New York City Council Header
File #: Res 1442-2020    Version: * Name: DOE to provide public schools with a curriculum about the history of slavery in NYS and NYC and to ensure that the curriculum offered includes the history of freed enslaved people who founded local communities across NYC.
Type: Resolution Status: Committee
Committee: Committee on Education
On agenda: 10/15/2020
Enactment date: Law number:
Title: Resolution calling on the New York City Department of Education to provide public schools with a curriculum about the history of slavery in New York State and New York City and to ensure that the curriculum offered includes the history of freed enslaved people who founded local communities across New York City.
Sponsors: Laurie A. Cumbo, Ben Kallos, Adrienne E. Adams, Margaret S. Chin
Council Member Sponsors: 4
Attachments: 1. Res. No. 1442, 2. October 15, 2020 - Stated Meeting Agenda with Links to Files, 3. Hearing Transcript - Stated Meeting 10-15-20, 4. Minutes of the Stated Meeting - October 15, 2020

Res. No. 1442

 

Resolution calling on the New York City Department of Education to provide public schools with a curriculum about the history of slavery in New York State and New York City and to ensure that the curriculum offered includes the history of freed enslaved people who founded local communities across New York City.

 

By Council Members Cumbo, Kallos, Adams and Chin

                     Whereas, According to Scarsdale Historical Society, New York State (NYS) enslaved Africans for more than two centuries, and between 1700 and 1774, more than 7,000 enslaved people were brought into NYS; and

                     Whereas, Scarsdale Historical Society also reports that more than forty percent of New York City (NYC) households had one or more enslaved persons, with the African enslaved population representing twenty percent of the colonial population, and the New York Public Library reports that NYC had the second highest percentage of enslaved people than any other city in the United States; and

                     Whereas, On March 31, 1817, the NYS legislature officially abolished slavery, setting July 4, 1827 as the date of final emancipation, and on Emancipation Day, approximately 4,600 enslaved Black people were freed, as reported by the Historical Society of the New York Courts; and

                     Whereas, Following the abolition of slavery, many Blacks formed their own communities in NYC including Weeksville in Brooklyn and Seneca Village in Manhattan; and

                     Whereas, Weeksville, which was named after James Weeks, a Black longshoreman who purchased the land, was located in what is now the Crown Heights section of Brooklyn, and the community had a school, a church, and a newspaper that published the alphabet, reading lessons and prayers, as reported by New York Times; and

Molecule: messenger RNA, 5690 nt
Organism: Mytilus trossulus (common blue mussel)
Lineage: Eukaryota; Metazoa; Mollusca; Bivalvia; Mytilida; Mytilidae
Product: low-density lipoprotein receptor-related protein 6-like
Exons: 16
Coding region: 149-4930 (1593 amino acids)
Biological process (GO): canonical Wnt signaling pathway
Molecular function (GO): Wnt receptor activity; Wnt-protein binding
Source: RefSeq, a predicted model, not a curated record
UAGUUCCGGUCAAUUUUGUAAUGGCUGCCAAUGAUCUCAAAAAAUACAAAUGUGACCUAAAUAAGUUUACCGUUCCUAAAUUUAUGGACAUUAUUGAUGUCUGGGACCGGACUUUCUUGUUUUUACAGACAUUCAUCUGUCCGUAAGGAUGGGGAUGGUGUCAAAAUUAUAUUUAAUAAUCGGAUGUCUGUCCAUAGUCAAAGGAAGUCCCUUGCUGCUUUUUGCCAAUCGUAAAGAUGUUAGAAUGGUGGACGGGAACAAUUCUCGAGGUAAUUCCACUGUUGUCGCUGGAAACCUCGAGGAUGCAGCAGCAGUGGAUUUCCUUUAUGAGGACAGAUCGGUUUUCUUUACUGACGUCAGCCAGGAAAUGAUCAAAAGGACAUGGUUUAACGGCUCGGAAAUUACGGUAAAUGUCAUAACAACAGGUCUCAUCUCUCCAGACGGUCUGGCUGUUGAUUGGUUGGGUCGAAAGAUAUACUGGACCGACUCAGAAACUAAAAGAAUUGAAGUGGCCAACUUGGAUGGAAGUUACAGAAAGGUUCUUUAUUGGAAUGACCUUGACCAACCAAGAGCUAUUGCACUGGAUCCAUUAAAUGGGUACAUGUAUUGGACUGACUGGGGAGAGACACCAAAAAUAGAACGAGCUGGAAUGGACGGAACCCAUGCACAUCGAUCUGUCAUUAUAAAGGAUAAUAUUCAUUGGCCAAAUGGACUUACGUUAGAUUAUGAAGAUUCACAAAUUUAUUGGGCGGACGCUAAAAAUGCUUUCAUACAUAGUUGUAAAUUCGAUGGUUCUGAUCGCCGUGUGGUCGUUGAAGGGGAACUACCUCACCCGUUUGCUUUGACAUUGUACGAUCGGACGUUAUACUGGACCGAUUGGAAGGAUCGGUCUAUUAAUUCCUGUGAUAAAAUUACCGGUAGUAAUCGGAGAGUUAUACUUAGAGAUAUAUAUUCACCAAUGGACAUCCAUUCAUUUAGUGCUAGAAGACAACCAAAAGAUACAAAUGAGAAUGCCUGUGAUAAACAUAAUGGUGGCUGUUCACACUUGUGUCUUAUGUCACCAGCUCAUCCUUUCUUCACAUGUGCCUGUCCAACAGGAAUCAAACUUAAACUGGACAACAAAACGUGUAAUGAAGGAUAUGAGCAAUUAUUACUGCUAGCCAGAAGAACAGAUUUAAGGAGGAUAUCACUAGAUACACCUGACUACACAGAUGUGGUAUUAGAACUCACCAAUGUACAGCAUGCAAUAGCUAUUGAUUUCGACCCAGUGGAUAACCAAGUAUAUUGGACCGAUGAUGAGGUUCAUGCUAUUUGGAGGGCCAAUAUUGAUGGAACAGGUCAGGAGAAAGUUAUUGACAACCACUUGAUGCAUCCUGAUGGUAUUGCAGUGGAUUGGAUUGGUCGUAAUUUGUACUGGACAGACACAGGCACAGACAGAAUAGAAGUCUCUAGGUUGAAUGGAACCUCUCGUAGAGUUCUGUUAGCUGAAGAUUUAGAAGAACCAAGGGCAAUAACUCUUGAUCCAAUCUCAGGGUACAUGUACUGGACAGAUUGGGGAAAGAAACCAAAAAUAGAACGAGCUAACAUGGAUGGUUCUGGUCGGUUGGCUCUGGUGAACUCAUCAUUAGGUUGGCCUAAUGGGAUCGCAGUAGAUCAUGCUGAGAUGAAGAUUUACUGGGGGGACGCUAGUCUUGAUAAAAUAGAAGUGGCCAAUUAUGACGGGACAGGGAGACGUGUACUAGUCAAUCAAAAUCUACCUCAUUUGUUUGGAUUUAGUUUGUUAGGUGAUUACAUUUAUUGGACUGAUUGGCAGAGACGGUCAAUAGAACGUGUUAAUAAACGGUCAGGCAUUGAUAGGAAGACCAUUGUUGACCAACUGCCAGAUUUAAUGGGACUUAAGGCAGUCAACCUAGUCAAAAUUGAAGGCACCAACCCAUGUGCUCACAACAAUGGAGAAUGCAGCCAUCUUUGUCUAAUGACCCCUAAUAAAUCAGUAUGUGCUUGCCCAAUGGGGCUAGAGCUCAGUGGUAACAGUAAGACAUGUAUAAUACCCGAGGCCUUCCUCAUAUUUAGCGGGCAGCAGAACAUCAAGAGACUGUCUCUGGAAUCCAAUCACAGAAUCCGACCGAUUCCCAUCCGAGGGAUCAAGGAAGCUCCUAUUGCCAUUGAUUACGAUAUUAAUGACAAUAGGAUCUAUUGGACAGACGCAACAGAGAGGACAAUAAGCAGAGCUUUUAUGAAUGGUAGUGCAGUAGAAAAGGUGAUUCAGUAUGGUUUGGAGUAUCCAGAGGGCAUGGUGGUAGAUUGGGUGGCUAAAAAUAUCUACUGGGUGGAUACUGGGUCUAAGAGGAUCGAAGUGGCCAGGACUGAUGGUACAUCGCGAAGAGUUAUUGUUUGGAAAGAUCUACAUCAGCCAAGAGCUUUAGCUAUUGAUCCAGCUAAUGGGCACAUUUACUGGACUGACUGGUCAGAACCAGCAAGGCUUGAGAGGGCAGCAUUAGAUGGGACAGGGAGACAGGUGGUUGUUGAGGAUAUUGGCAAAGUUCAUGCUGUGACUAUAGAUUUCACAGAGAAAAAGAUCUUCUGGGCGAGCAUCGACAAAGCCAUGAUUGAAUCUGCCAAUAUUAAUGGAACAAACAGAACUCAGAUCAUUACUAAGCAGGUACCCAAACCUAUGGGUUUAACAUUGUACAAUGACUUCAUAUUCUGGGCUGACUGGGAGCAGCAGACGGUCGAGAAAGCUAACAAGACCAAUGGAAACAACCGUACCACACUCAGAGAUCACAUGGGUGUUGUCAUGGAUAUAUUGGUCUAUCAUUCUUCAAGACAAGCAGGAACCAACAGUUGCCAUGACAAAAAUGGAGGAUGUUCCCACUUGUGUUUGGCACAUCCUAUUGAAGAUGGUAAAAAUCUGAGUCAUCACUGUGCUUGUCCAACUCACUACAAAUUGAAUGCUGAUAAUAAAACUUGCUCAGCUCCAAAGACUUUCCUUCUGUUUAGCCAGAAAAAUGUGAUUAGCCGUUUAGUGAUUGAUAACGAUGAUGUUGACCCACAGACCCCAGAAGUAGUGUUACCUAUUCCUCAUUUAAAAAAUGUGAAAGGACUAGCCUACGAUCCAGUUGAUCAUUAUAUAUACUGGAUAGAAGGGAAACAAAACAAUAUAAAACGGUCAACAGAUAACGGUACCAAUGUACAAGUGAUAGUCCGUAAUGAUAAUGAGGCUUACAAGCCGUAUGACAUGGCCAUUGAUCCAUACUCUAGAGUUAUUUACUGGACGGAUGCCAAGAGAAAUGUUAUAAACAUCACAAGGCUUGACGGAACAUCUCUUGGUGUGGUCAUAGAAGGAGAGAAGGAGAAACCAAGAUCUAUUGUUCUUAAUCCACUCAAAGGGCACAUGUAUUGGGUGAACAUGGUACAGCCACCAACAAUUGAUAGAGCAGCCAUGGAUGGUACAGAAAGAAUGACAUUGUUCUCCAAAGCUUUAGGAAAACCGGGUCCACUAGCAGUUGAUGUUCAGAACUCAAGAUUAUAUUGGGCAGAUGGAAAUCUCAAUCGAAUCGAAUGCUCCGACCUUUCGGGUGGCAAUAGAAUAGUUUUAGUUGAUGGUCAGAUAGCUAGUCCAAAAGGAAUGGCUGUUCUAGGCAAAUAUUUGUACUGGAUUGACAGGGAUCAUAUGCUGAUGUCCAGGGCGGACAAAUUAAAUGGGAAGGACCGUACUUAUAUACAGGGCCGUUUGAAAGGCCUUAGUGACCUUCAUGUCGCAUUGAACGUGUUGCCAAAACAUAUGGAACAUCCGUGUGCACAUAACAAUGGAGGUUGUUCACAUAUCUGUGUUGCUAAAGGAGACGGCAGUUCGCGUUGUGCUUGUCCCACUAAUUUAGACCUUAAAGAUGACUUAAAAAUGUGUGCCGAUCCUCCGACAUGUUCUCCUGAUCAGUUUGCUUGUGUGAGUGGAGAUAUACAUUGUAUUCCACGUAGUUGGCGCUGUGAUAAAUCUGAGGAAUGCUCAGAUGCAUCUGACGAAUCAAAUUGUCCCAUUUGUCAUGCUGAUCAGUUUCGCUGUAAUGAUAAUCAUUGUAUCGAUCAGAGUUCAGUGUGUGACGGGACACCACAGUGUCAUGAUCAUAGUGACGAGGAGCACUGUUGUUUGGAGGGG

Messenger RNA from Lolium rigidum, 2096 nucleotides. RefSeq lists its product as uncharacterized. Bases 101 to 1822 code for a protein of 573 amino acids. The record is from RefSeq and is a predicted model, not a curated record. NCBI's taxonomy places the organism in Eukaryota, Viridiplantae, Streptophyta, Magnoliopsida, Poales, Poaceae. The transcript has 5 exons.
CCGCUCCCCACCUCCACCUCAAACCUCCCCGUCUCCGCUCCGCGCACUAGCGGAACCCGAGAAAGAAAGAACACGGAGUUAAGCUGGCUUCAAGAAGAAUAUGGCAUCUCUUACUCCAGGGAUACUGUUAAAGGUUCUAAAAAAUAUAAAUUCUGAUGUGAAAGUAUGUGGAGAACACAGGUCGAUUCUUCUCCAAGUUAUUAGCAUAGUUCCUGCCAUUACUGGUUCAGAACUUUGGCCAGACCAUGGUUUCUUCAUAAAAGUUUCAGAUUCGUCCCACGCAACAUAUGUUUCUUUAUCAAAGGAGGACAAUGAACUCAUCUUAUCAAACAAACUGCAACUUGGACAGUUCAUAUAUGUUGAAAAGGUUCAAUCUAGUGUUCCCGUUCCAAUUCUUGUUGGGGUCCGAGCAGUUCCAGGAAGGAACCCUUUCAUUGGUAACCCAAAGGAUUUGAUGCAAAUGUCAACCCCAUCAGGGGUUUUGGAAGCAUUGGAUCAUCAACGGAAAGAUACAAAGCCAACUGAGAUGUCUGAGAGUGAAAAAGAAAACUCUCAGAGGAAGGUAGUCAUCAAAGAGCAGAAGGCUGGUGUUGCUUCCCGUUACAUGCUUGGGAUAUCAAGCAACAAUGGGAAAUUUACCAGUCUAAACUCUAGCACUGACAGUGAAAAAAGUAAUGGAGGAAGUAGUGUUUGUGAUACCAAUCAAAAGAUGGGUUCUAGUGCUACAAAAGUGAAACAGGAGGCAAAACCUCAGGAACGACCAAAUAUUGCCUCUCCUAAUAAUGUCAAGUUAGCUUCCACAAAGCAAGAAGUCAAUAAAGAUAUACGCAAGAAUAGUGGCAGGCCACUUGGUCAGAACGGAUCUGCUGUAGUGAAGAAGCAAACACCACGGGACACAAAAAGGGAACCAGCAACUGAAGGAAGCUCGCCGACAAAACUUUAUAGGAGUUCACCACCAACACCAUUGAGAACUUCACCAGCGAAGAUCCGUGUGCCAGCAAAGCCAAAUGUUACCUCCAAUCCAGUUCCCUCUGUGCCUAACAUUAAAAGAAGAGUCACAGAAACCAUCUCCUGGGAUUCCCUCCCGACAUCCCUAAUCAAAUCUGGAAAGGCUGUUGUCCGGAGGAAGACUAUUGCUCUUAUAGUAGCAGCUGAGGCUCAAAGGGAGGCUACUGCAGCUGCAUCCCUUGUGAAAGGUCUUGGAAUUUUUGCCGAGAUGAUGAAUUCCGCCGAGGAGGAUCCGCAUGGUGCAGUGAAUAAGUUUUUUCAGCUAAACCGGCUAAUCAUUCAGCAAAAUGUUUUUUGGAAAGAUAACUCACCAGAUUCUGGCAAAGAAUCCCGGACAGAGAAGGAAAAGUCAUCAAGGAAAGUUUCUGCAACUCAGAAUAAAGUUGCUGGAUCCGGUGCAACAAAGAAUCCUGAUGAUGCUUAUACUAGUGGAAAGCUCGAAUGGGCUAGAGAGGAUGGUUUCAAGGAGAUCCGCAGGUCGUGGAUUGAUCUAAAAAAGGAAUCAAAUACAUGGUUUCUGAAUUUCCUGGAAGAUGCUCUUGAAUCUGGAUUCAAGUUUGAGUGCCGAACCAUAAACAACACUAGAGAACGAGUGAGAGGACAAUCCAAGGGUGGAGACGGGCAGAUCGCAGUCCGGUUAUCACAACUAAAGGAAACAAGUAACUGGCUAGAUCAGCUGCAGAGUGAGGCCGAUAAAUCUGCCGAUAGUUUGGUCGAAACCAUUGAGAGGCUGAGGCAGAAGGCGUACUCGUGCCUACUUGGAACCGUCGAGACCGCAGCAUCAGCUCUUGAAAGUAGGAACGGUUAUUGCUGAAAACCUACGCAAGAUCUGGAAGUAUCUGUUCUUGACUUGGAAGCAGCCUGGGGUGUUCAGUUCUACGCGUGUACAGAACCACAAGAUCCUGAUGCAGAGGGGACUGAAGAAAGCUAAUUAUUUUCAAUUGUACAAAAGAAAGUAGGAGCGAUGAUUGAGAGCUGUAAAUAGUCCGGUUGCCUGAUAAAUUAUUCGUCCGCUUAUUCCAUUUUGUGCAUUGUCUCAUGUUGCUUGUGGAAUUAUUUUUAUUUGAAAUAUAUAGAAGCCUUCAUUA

Whereas, Seneca Village was Manhattan’s first major neighborhood of African American-owned property and was located between 82nd and 89th Street and Seventh and Eighth Avenue from 1825 to 1857, according to the New-York Historical Society; and

                     Whereas, The New York State Census reports that approximately 264 individuals lived in Seneca Village, including Blacks, Irish, and Germans, and in addition to homes, there were three churches, many cemeteries and a school, according to New-York Historical Society; and

                     Whereas, Despite the history of slavery in NYS, the Nation, a nonprofit organization, reports that some people believe that slavery was only a southern issue, and the education system can serve as an opportunity to increase awareness about NYS's participation in slavery; and

                     Whereas, New York State Education Department’s (NYSED) K-8 Social Studies Framework includes standards that acknowledge NYS’s participation in slavery such as standard 4.5a, which requires students to examine the lives of enslaved people in NYS and standard 7.2e, which requires students to investigate the different strategies enslaved Africans adopted to survive and resist their enslavement; and

                     Whereas, Although these standards are included in NYSED’s Social Studies Framework, educators are not required to teach them and many educators do not, and overall, time dedicated to teaching social studies has decreased in the past twenty years, particularly following the 2001 passage of the No Child Left Behind Act, as educators started to focus more on math and reading, as reported by Hechinger Report; and

                     Whereas, Although some educators may want to teach the history of slavery in NYS, they may not have the resources as the NYC Department of Education (DOE) does not provide schools with a curriculum that is focused on such history; and

                     Whereas, School could serve as a vital source to increase students’ knowledge about the history of slavery in NYS as well as how it connects to their current experiences as New Yorkers, and while the DOE does not require schools to teach certain curriculum, it does provide schools with optional curriculum to teach; now, therefore, be it

                     Resolved, That the Council of the City of New York calls on the New York City Department of Education to provide public schools with a curriculum about the history of slavery in New York State and New York City and to ensure that the curriculum offered includes the history of freed enslaved people who founded local communities across New York City.

 

LS # 16038

10/1/20

KJ